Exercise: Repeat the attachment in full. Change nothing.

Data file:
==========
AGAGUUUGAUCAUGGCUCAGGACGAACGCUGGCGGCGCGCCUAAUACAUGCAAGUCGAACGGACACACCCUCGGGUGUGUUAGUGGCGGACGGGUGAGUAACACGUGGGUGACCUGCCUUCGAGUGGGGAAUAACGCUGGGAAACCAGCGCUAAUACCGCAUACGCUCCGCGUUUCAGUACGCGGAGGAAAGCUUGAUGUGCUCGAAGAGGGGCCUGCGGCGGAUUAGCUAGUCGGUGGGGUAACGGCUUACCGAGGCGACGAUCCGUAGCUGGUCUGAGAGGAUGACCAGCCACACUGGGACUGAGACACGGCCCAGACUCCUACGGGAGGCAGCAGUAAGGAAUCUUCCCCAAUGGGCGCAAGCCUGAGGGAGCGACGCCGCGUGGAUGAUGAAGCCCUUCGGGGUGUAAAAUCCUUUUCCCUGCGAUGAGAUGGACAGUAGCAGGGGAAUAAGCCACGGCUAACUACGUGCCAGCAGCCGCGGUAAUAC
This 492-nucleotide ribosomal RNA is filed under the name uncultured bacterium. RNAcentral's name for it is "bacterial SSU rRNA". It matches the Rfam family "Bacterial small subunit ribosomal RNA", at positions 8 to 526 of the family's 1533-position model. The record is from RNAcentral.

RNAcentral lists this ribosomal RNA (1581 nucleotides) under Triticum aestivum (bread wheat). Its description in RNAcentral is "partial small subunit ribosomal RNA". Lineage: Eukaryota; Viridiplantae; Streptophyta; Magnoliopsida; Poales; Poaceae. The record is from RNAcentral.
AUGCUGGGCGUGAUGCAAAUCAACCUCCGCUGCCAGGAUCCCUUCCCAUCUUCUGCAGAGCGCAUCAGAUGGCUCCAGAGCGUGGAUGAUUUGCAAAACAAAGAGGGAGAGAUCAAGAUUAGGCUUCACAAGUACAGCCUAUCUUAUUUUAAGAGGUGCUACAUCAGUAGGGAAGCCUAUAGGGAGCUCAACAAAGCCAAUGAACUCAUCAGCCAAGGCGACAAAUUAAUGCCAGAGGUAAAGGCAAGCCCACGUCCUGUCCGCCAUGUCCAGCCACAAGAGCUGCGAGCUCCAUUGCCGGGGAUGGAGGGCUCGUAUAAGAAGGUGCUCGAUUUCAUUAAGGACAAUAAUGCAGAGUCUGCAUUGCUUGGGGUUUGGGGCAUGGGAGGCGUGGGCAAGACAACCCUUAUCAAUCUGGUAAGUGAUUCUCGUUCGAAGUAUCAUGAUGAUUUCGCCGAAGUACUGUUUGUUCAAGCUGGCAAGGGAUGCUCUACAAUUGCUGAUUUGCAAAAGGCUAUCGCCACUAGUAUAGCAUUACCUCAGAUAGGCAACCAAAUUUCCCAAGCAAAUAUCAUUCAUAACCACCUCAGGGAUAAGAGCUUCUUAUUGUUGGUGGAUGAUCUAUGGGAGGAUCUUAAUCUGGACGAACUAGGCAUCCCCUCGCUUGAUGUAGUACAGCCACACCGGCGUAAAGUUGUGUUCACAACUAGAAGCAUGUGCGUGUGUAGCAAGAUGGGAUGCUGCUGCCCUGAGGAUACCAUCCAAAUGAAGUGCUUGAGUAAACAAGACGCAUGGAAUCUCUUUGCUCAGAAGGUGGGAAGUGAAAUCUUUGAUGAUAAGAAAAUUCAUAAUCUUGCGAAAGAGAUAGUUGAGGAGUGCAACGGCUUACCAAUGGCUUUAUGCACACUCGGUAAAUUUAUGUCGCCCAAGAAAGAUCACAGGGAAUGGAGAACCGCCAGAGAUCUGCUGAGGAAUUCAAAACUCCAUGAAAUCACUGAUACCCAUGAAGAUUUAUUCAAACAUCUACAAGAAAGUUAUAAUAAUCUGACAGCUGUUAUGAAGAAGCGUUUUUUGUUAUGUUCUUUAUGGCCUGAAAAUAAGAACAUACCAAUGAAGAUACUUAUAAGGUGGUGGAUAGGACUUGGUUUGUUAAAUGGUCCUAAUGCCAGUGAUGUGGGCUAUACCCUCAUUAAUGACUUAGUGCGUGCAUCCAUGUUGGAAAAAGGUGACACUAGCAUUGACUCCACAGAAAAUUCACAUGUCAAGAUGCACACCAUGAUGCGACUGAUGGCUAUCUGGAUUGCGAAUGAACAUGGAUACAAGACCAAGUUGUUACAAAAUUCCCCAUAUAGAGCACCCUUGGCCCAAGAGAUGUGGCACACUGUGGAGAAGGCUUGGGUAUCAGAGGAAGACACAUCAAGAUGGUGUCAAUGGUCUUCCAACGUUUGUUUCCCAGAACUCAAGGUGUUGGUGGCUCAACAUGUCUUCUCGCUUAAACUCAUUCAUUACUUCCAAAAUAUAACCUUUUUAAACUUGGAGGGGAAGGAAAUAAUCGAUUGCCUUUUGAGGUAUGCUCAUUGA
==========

AGAGUUUGAUCAUGGCUCAGGACGAACGCUGGCGGCGCGCCUAAUACAUGCAAGUCGAACGGACACACCCUCGGGUGUGUUAGUGGCGGACGGGUGAGUAACACGUGGGUGACCUGCCUUCGAGUGGGGAAUAACGCUGGGAAACCAGCGCUAAUACCGCAUACGCUCCGCGUUUCAGUACGCGGAGGAAAGCUUGAUGUGCUCGAAGAGGGGCCUGCGGCGGAUUAGCUAGUCGGUGGGGUAACGGCUUACCGAGGCGACGAUCCGUAGCUGGUCUGAGAGGAUGACCAGCCACACUGGGACUGAGACACGGCCCAGACUCCUACGGGAGGCAGCAGUAAGGAAUCUUCCCCAAUGGGCGCAAGCCUGAGGGAGCGACGCCGCGUGGAUGAUGAAGCCCUUCGGGGUGUAAAAUCCUUUUCCCUGCGAUGAGAUGGACAGUAGCAGGGGAAUAAGCCACGGCUAACUACGUGCCAGCAGCCGCGGUAAUAC
This 492-nucleotide ribosomal RNA is filed under the name uncultured bacterium. RNAcentral's name for it is "bacterial SSU rRNA". It matches the Rfam family "Bacterial small subunit ribosomal RNA", at positions 8 to 526 of the family's 1533-position model. The record is from RNAcentral.

RNAcentral lists this ribosomal RNA (1581 nucleotides) under Triticum aestivum (bread wheat). Its description in RNAcentral is "partial small subunit ribosomal RNA". Lineage: Eukaryota; Viridiplantae; Streptophyta; Magnoliopsida; Poales; Poaceae. The record is from RNAcentral.
AUGCUGGGCGUGAUGCAAAUCAACCUCCGCUGCCAGGAUCCCUUCCCAUCUUCUGCAGAGCGCAUCAGAUGGCUCCAGAGCGUGGAUGAUUUGCAAAACAAAGAGGGAGAGAUCAAGAUUAGGCUUCACAAGUACAGCCUAUCUUAUUUUAAGAGGUGCUACAUCAGUAGGGAAGCCUAUAGGGAGCUCAACAAAGCCAAUGAACUCAUCAGCCAAGGCGACAAAUUAAUGCCAGAGGUAAAGGCAAGCCCACGUCCUGUCCGCCAUGUCCAGCCACAAGAGCUGCGAGCUCCAUUGCCGGGGAUGGAGGGCUCGUAUAAGAAGGUGCUCGAUUUCAUUAAGGACAAUAAUGCAGAGUCUGCAUUGCUUGGGGUUUGGGGCAUGGGAGGCGUGGGCAAGACAACCCUUAUCAAUCUGGUAAGUGAUUCUCGUUCGAAGUAUCAUGAUGAUUUCGCCGAAGUACUGUUUGUUCAAGCUGGCAAGGGAUGCUCUACAAUUGCUGAUUUGCAAAAGGCUAUCGCCACUAGUAUAGCAUUACCUCAGAUAGGCAACCAAAUUUCCCAAGCAAAUAUCAUUCAUAACCACCUCAGGGAUAAGAGCUUCUUAUUGUUGGUGGAUGAUCUAUGGGAGGAUCUUAAUCUGGACGAACUAGGCAUCCCCUCGCUUGAUGUAGUACAGCCACACCGGCGUAAAGUUGUGUUCACAACUAGAAGCAUGUGCGUGUGUAGCAAGAUGGGAUGCUGCUGCCCUGAGGAUACCAUCCAAAUGAAGUGCUUGAGUAAACAAGACGCAUGGAAUCUCUUUGCUCAGAAGGUGGGAAGUGAAAUCUUUGAUGAUAAGAAAAUUCAUAAUCUUGCGAAAGAGAUAGUUGAGGAGUGCAACGGCUUACCAAUGGCUUUAUGCACACUCGGUAAAUUUAUGUCGCCCAAGAAAGAUCACAGGGAAUGGAGAACCGCCAGAGAUCUGCUGAGGAAUUCAAAACUCCAUGAAAUCACUGAUACCCAUGAAGAUUUAUUCAAACAUCUACAAGAAAGUUAUAAUAAUCUGACAGCUGUUAUGAAGAAGCGUUUUUUGUUAUGUUCUUUAUGGCCUGAAAAUAAGAACAUACCAAUGAAGAUACUUAUAAGGUGGUGGAUAGGACUUGGUUUGUUAAAUGGUCCUAAUGCCAGUGAUGUGGGCUAUACCCUCAUUAAUGACUUAGUGCGUGCAUCCAUGUUGGAAAAAGGUGACACUAGCAUUGACUCCACAGAAAAUUCACAUGUCAAGAUGCACACCAUGAUGCGACUGAUGGCUAUCUGGAUUGCGAAUGAACAUGGAUACAAGACCAAGUUGUUACAAAAUUCCCCAUAUAGAGCACCCUUGGCCCAAGAGAUGUGGCACACUGUGGAGAAGGCUUGGGUAUCAGAGGAAGACACAUCAAGAUGGUGUCAAUGGUCUUCCAACGUUUGUUUCCCAGAACUCAAGGUGUUGGUGGCUCAACAUGUCUUCUCGCUUAAACUCAUUCAUUACUUCCAAAAUAUAACCUUUUUAAACUUGGAGGGGAAGGAAAUAAUCGAUUGCCUUUUGAGGUAUGCUCAUUGA